A little push back on SN #926

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Duckpaddle

Well-known member
Oct 1, 2020
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In Episode 926, Steve voiced his opposition to a proposed law that would mandate the disclosure of the country of origin for software products. I feel compelled to challenge this viewpoint, not out of ill-will, but rather as a fellow developer based in the United States. I've experienced firsthand the complications arising from the software that app stores frequently push upon us. This software is often produced under demanding contracts, negotiated between large corporations' marketing teams and shady offshore contractors, where the focus is more on meeting quotas than ensuring quality or security.

Implementing a "truth in labeling" provision could illuminate the prevalence of hastily produced code in contemporary applications, a problem that surely isn't limited to my own experiences. I believe that Steve, a craftsman who takes pride in his work, would agree that his creations deserve to be recognized as products of local craftsmanship.

The purpose of my critique is not to undermine Steve's opinion but to suggest that this transparency could reinforce our shared commitment to quality, security, and respect for domestic labor in the software industry.
 
As a Canadian travelling by plane with a diabetic, I almost got thrown in jail at the American border for bringing along a "tide one over" snack that included an apple. If that apple hadn't had the "sourced in America" sticker on it, it would have been a real problem, apparently. (Or maybe all of that is just theatre.) In any case, if a measly apple needs to account for its place of origin, I don't have a problem with the software coming with some indication of whose laws apply to it in case of any future problems.
 
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How would you go about labeling something that uses libraries? As we have seen, libraries are a source of all sorts of nastiness. You might not know much by knowing where it was coded or designed (not necessarily the same thing). Also, many libraries not might indicate that much.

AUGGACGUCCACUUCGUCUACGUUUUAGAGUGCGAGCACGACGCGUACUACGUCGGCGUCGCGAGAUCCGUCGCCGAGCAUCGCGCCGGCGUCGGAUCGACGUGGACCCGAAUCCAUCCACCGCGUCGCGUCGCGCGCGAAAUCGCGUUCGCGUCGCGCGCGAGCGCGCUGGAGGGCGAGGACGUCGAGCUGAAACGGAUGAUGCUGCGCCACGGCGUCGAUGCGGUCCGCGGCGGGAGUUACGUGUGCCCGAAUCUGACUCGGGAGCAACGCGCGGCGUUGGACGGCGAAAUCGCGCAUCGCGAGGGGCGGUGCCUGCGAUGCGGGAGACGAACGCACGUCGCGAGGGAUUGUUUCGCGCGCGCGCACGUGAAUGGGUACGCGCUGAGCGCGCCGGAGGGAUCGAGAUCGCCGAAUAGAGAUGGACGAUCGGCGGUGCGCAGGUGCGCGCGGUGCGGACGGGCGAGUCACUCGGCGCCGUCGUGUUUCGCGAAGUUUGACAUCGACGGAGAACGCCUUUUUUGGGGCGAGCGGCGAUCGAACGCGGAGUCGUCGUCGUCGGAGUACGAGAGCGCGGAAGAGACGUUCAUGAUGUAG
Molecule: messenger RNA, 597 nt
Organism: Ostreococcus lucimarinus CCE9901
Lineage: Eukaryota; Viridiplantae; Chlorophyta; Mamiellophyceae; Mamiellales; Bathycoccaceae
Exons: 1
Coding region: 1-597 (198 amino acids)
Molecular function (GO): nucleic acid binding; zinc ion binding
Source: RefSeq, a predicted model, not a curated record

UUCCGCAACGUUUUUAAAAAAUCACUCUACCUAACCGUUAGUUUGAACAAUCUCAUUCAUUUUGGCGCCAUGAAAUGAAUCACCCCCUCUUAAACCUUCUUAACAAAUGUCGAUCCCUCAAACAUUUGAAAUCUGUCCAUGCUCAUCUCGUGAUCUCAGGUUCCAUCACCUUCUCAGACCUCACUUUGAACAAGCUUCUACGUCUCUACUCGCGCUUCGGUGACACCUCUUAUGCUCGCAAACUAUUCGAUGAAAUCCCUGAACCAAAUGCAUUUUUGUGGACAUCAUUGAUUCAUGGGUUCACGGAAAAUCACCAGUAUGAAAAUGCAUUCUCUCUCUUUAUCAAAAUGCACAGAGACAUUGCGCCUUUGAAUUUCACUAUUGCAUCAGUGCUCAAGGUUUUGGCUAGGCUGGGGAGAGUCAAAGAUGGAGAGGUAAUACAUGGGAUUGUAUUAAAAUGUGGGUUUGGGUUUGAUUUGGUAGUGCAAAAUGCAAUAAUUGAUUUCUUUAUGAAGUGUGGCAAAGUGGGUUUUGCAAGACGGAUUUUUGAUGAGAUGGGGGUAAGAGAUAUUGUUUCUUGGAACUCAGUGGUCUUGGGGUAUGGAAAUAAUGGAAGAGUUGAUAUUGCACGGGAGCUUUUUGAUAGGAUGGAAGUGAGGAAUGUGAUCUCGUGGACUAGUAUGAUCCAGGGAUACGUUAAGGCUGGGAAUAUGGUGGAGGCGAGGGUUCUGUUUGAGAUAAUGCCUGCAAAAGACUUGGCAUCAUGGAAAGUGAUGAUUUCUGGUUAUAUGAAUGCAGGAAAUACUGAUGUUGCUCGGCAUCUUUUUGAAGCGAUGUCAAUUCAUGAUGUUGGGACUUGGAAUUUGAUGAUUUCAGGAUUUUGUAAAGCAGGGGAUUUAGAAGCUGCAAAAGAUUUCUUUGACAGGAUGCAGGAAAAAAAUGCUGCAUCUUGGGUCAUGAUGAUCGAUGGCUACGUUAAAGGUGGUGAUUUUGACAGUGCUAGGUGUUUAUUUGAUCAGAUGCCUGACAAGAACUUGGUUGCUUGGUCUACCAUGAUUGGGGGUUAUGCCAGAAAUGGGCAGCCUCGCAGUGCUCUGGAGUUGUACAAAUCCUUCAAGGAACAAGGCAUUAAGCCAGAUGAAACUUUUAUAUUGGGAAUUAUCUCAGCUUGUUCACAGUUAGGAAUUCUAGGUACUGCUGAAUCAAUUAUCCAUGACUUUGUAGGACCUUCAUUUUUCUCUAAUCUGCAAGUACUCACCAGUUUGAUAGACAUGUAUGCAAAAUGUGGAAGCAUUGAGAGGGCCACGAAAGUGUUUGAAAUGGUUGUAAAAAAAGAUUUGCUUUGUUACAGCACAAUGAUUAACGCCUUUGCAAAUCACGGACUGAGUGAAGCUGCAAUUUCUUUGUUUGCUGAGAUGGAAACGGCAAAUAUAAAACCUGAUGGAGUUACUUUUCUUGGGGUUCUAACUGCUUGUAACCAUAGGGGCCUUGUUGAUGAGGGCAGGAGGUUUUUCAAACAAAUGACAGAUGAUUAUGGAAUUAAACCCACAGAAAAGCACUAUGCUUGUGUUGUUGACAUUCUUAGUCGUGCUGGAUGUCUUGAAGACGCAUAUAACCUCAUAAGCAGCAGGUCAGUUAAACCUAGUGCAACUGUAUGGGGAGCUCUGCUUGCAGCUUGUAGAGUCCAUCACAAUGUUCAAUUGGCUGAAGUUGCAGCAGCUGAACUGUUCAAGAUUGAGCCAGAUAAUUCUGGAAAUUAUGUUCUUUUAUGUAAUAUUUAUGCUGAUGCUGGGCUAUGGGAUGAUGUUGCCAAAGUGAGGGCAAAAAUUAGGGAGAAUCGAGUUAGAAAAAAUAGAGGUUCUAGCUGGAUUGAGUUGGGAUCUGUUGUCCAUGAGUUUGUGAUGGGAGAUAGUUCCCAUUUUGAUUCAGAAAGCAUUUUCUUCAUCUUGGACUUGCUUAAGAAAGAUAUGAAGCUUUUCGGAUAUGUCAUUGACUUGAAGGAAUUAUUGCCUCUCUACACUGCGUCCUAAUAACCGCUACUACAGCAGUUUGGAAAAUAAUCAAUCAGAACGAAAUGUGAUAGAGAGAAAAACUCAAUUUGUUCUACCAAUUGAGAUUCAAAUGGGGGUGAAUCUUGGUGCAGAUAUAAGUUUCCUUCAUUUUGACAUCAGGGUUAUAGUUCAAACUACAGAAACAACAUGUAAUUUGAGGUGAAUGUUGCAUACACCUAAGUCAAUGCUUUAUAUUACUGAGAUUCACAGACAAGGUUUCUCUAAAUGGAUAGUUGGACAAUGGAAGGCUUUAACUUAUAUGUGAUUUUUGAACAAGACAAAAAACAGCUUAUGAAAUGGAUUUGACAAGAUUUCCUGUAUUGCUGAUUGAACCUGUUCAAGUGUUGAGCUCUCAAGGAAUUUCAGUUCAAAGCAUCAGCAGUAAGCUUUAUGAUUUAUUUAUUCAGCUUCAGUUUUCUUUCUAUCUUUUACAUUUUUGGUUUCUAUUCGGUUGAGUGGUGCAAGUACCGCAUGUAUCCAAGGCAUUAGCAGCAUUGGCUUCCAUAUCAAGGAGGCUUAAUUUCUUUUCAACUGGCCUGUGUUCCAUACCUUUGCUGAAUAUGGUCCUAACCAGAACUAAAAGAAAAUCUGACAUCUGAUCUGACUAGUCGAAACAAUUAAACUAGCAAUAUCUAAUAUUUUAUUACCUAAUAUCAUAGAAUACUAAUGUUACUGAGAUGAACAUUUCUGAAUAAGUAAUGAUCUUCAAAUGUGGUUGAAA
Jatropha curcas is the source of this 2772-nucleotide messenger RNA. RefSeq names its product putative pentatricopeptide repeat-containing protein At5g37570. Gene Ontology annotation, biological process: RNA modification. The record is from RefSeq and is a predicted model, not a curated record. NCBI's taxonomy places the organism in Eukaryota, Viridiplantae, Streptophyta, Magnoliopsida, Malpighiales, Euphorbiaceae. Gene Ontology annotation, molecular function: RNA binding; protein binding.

illuminate the prevalence of hastily produced code

Knowing where the program is from, might not show you how well or poorly it was coded. The dev reputation might give you more information about that. For instance, labeling a program's location as Redmond or palo alto, might not be as useful as stating it is done by Microsoft or hp (as opposed to Hewlett Packard until 2015)

almost got thrown in jail
Most often they just try to instill the fear of god for bringing fruit. However, most as most commercial items, including food usually have their country of origin listed. https://www.foodsafetynews.com/2014/02/food-safety-in-country-of-origin-labeling/
 
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As a Canadian travelling by plane with a diabetic, I almost got thrown in jail at the American border for bringing along a "tide one over" snack that included an apple. If that apple hadn't had the "sourced in America" sticker on it, it would have been a real problem, apparently. (Or maybe all of that is just theatre.) In any case, if a measly apple needs to account for its place of origin, I don't have a problem with the software coming with some indication of whose laws apply to it in case of any future problems.
I still think those border agents very much enjoyed the Made in Canada ham sandwich I got confiscated. Glad they didn't decide to pump my stomach for the other half....
 
How would you go about labeling something that uses libraries? As we have seen, libraries are a source of all sorts of nastiness. You might not know much by knowing where it was coded or designed (not necessarily the same thing). Also, many libraries not might indicate that much.




Knowing where the program is from, might not show you how well or poorly it was coded. The dev reputation might give you more information about that. For instance, labeling a program's location as Redmond or palo alto, might not be as useful as stating it is done by Microsoft or hp (as opposed to Hewlett Packard until 2015)


Most often they just try to instill the fear of god for bringing fruit. However, most as most commercial items, including food usually have their country of origin listed. https://www.foodsafetynews.com/2014/02/food-safety-in-country-of-origin-labeling/
That is the crux of the problem. Code of unknown or dubious origin, which is blindly employed by the guys who just learned to program.
 
Just wait for the avalanche of bad apps when the marketing types think ChatGPT is a professional coder....
 
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That is the crux of the problem. Code of unknown or dubious origin, which is blindly employed by the guys who just learned to program.
How does requiring country of origin help that? Programmers from 80 countries contribute to the Linux kernel.
 
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How does requiring country of origin help that? Programmers from 80 countries contribute to the Linux kernel.
That would be the first step in building reputation monitoring for code quality. The other real problem is verifying the truth of the code origin.